As we continue to grapple with COVID-19, one lesson from the pandemic is clear: Telehealth will play a key role in patient care going forward. The threat of viral resurgence and the need to minimize and even halt in-person care continue to loom large across the United States, even in areas that initially flattened the curve, such as Seattle, where we practice. This adds to the pre-existing strong rationale to shift many kinds of care toward telehealth, including before, during, and after hospitalization.
However, there are still many gaps in knowledge about this type of telehealth use. Little is known about the characteristics of patients who use telehealth in the perihospital setting and how these services impact patient outcomes. More insight is needed to understand barriers and facilitators to implementation. Given variation in the nature and extent of telehealth interventions, it is unclear which are most effective. These questions, important even before COVID-19, are now critical to address in the pandemic and future postpandemic eras.
Work from our group in the Value & Systems Science Lab, a unit in the University of Washington (UW) School of Medicine that uses analysis and evaluation to drive change that improves patient and population outcomes, may provide some initial insights. We used 2016-2017 commercial claims data from IBM Watson Marketscan and telehealth CPT codes to identify a group of 18,595 patients across the country who had a total of 32,407 telehealth visits. We found that the majority of telehealth users were female and living in the South. Overall, 11% of telehealth users were hospitalized (n=2,108) and 89% (n=16,487) were not. Those in the former group tended to use more outpatient services and to be more medically complex. They were also less likely to be insured through high-deductible health plans. Of those hospitalized, almost 9% had a telehealth visit in the three days before admission, with most occurring within one day of admission. Over 20% of patients had a telehealth visit within 30 days of discharge, with over 50% of those occurring within 14 days.
Our analysis has key implications for hospitalists and other clinical or hospital leaders considering how to scale up telehealth capabilities. First, our finding that a number of the commercially insured individuals who use telehealth do so shortly before or after hospitalization underscores the potential importance of perihospitalization telehealth visits. One way to apply this understanding to meet the challenges of COVID-19 would be to use telehealth for prehospitalization triage or posthospitalization follow-up.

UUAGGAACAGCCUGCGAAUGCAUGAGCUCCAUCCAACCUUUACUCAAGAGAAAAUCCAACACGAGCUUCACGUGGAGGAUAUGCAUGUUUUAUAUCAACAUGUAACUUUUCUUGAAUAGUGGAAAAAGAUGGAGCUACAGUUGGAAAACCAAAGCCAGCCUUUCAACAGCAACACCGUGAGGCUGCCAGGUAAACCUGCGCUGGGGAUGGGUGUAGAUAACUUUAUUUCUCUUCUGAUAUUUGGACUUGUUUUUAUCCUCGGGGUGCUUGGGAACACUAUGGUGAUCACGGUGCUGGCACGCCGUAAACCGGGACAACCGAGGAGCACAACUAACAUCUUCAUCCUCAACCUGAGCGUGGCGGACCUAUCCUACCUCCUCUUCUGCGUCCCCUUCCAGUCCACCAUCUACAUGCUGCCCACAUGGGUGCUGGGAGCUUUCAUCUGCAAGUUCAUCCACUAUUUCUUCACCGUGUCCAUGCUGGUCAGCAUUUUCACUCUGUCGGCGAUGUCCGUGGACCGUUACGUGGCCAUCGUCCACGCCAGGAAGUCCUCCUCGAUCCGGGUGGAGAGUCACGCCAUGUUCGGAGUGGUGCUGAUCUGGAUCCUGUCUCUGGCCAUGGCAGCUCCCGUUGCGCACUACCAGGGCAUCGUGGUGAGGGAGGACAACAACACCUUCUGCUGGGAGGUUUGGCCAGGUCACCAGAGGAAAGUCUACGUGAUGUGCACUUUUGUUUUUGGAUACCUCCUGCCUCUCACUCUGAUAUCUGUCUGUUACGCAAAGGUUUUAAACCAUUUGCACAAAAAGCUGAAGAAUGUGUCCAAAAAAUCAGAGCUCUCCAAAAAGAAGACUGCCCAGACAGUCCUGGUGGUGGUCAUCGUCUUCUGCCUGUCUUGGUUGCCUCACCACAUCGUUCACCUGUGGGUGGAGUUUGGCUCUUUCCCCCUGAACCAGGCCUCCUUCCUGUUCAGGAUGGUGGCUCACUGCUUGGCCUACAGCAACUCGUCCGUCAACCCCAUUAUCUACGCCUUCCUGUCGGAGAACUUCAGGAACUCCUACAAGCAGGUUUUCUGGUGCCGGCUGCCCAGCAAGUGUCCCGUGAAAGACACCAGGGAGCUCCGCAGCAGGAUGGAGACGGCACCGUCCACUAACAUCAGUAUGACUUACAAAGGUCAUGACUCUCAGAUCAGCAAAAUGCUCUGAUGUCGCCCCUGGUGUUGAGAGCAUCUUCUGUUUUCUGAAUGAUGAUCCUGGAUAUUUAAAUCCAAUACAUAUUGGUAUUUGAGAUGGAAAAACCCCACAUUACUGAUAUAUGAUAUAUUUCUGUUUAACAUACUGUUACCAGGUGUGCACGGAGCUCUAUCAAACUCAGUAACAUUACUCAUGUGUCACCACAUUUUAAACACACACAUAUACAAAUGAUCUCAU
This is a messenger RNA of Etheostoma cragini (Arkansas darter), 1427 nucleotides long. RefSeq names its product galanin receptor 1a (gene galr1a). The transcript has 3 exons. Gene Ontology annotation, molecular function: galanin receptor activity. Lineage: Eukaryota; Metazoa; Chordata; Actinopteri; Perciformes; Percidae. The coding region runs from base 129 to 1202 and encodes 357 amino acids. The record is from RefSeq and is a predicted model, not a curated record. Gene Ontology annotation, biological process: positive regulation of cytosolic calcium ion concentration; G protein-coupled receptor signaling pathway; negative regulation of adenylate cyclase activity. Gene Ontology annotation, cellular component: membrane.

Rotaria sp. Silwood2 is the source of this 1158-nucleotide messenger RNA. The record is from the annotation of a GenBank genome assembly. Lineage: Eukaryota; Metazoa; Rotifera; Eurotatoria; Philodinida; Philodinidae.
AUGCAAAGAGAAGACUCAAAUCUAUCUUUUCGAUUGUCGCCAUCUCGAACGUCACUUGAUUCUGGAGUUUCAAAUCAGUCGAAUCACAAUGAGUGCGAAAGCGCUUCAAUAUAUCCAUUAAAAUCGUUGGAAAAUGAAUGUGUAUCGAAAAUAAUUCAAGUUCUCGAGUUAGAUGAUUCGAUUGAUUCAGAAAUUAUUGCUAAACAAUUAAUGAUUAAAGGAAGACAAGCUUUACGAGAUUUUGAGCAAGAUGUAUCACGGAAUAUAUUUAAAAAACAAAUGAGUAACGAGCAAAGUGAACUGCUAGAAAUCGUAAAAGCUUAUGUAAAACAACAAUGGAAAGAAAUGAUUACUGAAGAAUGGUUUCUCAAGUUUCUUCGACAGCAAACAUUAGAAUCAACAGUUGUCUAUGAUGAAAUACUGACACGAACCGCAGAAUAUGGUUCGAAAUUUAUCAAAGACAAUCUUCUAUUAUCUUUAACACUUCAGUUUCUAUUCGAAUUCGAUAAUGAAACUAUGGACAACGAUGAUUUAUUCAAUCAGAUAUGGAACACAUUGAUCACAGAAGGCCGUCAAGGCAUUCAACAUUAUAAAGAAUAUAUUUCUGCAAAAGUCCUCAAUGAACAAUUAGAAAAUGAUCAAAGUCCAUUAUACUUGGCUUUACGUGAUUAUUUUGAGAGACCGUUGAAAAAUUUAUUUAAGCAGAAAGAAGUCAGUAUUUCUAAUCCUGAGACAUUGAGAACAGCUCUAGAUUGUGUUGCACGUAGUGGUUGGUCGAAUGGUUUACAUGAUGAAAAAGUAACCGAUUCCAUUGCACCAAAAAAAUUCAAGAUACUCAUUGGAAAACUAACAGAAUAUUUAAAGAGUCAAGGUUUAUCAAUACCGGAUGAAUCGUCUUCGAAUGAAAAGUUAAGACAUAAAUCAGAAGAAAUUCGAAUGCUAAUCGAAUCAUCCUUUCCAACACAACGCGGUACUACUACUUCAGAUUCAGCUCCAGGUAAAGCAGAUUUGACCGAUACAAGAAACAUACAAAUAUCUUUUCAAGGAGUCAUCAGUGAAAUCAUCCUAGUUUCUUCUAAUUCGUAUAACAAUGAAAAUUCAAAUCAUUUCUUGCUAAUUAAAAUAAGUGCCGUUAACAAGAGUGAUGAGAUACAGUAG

Though many hospitalists have not traditionally focused on prehospital care, they could drive innovation by working with ambulatory clinicians to staff telehealth triage services that assess patients' needs for care, potentially preventing inappropriate use of high-acuity settings. These telehealth innovations could also support early triage to identify conditions requiring urgent intervention, such as ST-elevation myocardial infarction or stroke. Early detection and triage can increase clinician and hospital preparedness and support appropriate delivery of care both prior to and immediately after arrival at the hospital.
Additionally, telehealth could be used after hospital discharge to improve care. For instance, telebased interventions that target discrete issues such as chronic wound care and postsurgical care have been shown to be an effective alternative to in-person visits. Telehealth technology, such as multicomponent remote health monitoring systems and videoconferencing, has also been used to facilitate early discharge, or even take the place of an admission, in home hospital programs.
Another important finding was that demographic characteristics in telehealth users who were hospitalized at any point differed from those who were not hospitalized. It may be particularly worthwhile for leaders to determine whether similar case-mix differences exist for local populations and how that affects the type and intensity of telehealth visits that may be required to meet patient needs. Better understanding of local utilization of telehealth visits could also help leaders determine which care settings to prioritize and develop potential interventions for strengthening them.
Our analysis also suggests that telehealth utilization surrounding hospitalization could vary among patients based on differences in insurance plan type. For instance, healthier patients with high-deductible plans may utilize telehealth at different rates than more medically complex individuals with more comprehensive insurance coverage. Potential utilization differences are critical to elucidate as COVID-19 drives unemployment and shifts individuals to different types of health insurance coverage.
All of this creates opportunities for hospitalists to work within their health systems to support telehealth implementation. Hospitalists are poised to play key roles in these efforts and should capitalize on opportunities to engage in work that clarifies the dynamics of telehealth delivery before and after hospitalization and uses telehealth to benefit diverse patient populations. By spotlighting the importance of telehealth, as well as the gaps in knowledge with respect to how it is used surrounding hospitalization, COVID-19 provides momentum for pursuing this work.